Friday, 24 September, 2021
logo
EDITORIAL

Humla Apples Sans Market



Apples grown in Humla are excellent in quality but the farmers are unable to taste the fruit of their labour and investment due to lack of marketing facilities. So much so that some of them are compelled to feed these high value fruits to their cattle. Nepal’s western hills possess high prospects for fruit cultivation, especially apple, and the products are of top grade. At a time when the market is flooded with low quality apples imported from China and India, the delicious, succulent and sweet apples from Humla are devoid of smooth access to the market. This has worried the concerned farmers. In absence of cost effective transport facilities and cold storage, the high demand fruits in bulk production will either decay or become the feed for the cattle.

More and more farmers in the mountain district of Humla are attracted to apple farming but the commercial farming entrepreneurs are not in the peace of their mind as the risk of bearing loss haunts them constantly. Such a situation is really a challenge for the national plan of commercialising agriculture for better returns. Farmers who have vast areas of apple orchards become tense when the harvesting season approaches. Marketing their juicy products is always a herculean task. The apple orchards of Humla are out of road network, a major barrier to reach the market. Trying the air transport is an alternative but that is impractically costly. As per a news report carried by this daily, transporting a kilo of Humla apple to Nepalgunj by air costs Rs. 60. In addition, one has to hire porters to take the products to the airport from the orchards.

From Nepalgunj, the apples have to be ground transported to the capital or other urban areas of the country. This adds the transportation costs further, reducing the competitive capacity in the market. When the products pass through the wholesaler and ultimately reach the retailer, the cost is naturally high. Thus, the Humla apples fail to compete with the imported apples despite their superior quality. An apple farmer of Humla’s Simkot, who owns an orchard of 500 apple trees, applied less preferred and drier method to process the succulent apples last harvesting season as he could not sell his fresh fruits. He cut the fruits into slices and dried them for preservation. This processed item could be lighter to transport but it may not bring return comparable to that of fresh apples.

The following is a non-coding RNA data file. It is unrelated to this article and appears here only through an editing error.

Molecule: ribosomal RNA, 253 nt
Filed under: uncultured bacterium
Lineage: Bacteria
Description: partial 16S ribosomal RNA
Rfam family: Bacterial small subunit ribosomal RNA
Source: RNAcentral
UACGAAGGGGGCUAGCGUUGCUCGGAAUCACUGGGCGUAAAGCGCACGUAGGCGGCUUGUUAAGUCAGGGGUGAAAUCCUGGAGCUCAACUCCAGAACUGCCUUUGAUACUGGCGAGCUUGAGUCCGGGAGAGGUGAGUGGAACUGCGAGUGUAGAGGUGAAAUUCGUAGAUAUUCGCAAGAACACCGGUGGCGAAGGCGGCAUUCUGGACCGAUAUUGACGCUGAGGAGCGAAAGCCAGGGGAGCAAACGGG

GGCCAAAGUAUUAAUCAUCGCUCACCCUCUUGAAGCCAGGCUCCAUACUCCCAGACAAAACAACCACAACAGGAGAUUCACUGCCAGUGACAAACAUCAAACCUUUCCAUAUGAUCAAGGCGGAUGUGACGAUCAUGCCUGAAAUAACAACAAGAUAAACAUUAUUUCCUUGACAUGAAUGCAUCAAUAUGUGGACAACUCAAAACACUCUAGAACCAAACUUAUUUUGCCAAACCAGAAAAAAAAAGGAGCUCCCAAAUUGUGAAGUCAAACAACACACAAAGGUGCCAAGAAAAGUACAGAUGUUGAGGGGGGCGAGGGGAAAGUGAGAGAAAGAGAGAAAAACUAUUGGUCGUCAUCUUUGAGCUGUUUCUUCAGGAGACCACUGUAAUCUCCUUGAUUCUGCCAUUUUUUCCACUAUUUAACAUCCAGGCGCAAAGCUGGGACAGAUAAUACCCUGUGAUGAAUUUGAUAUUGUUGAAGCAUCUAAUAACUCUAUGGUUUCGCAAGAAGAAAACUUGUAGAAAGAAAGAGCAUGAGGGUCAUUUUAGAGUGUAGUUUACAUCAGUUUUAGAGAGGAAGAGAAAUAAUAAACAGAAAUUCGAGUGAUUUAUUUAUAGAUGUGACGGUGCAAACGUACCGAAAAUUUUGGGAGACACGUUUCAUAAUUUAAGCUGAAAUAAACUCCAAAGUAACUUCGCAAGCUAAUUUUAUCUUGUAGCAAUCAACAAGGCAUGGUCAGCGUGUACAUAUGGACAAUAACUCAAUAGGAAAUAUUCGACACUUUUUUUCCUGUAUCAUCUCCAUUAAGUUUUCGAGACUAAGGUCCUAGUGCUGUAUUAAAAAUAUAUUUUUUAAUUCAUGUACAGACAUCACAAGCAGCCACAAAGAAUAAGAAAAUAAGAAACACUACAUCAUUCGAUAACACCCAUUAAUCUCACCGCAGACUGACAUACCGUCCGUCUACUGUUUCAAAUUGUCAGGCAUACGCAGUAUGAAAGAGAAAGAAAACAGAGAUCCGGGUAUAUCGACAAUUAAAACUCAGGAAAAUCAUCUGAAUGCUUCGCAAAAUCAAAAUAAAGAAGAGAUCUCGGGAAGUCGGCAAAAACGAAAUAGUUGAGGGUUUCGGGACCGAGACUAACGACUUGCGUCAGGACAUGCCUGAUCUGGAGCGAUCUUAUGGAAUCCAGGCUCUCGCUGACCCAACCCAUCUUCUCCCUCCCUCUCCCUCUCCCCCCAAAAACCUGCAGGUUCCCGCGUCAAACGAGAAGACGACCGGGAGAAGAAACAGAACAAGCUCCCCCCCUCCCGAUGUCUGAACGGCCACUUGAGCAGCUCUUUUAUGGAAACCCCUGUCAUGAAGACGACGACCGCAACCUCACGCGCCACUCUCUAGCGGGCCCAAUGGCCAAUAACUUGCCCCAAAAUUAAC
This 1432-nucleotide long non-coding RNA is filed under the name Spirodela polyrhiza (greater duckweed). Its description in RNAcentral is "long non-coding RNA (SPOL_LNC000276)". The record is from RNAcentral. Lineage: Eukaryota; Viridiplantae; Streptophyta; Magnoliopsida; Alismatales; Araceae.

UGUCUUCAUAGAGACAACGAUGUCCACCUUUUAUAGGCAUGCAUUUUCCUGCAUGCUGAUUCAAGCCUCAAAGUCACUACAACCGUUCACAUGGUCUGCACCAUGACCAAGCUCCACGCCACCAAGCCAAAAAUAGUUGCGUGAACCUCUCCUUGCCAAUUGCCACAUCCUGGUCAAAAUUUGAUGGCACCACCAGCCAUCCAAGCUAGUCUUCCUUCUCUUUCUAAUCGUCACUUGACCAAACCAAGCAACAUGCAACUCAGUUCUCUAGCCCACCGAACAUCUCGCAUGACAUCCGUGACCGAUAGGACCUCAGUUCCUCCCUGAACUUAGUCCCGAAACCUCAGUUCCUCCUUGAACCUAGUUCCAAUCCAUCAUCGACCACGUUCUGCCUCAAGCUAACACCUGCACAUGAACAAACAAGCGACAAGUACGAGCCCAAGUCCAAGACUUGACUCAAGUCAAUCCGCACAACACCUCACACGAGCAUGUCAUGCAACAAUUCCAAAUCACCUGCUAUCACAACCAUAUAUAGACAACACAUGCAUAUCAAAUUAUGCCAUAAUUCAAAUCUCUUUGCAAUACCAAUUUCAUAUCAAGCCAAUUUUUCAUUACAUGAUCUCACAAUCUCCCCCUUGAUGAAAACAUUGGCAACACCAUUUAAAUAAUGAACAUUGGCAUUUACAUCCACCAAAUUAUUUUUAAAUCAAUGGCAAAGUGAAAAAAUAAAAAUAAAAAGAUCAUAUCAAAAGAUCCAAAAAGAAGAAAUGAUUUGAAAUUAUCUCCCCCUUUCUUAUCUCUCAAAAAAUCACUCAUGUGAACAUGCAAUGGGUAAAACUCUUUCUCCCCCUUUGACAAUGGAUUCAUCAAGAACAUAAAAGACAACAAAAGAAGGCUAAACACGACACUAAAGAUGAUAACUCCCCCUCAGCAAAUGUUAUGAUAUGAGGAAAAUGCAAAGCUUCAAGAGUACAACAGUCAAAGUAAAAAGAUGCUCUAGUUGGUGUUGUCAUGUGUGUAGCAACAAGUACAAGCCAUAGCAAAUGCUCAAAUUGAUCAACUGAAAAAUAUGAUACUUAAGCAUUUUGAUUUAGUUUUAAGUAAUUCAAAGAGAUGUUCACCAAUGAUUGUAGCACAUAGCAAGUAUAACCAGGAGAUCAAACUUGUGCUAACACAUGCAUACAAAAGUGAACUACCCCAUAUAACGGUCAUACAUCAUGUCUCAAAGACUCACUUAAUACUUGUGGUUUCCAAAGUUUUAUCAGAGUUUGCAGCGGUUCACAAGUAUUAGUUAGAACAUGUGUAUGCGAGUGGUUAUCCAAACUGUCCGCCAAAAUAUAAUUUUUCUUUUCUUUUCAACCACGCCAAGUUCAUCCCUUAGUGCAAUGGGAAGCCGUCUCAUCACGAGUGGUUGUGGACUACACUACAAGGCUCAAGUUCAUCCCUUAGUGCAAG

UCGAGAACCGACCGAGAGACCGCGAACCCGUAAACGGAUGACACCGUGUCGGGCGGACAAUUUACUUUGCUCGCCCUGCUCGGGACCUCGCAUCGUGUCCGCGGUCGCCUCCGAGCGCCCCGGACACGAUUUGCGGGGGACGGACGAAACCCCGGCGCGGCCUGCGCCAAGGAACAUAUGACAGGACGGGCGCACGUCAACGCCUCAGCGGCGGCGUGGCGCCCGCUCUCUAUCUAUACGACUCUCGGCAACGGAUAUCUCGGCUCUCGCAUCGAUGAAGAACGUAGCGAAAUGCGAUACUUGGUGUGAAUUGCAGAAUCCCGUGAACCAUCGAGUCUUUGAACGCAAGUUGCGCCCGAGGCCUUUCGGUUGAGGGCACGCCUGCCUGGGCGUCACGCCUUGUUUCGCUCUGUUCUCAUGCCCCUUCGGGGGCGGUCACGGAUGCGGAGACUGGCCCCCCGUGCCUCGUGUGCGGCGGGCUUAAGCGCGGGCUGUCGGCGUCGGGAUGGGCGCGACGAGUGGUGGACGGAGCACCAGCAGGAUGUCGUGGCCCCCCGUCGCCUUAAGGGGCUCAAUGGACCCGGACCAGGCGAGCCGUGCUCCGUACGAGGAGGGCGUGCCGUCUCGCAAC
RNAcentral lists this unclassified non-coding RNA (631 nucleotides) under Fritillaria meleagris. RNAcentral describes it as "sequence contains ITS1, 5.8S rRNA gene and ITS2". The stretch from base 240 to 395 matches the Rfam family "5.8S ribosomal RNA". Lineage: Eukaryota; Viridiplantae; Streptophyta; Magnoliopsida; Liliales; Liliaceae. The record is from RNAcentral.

It is not the lack of market but the inaccessibility to market that is standing as a barrier to apple farming as niche products in western mountains of Nepal. The government needs to build good road network in the Karnali region that have horticulture prospects. Such transport infrastructure also opens door for other niche products like Himalayan medicinal herbs and yak cheese. Market access to Humla apples can contribute in import substitution and attaining self-reliance in fruit supplies.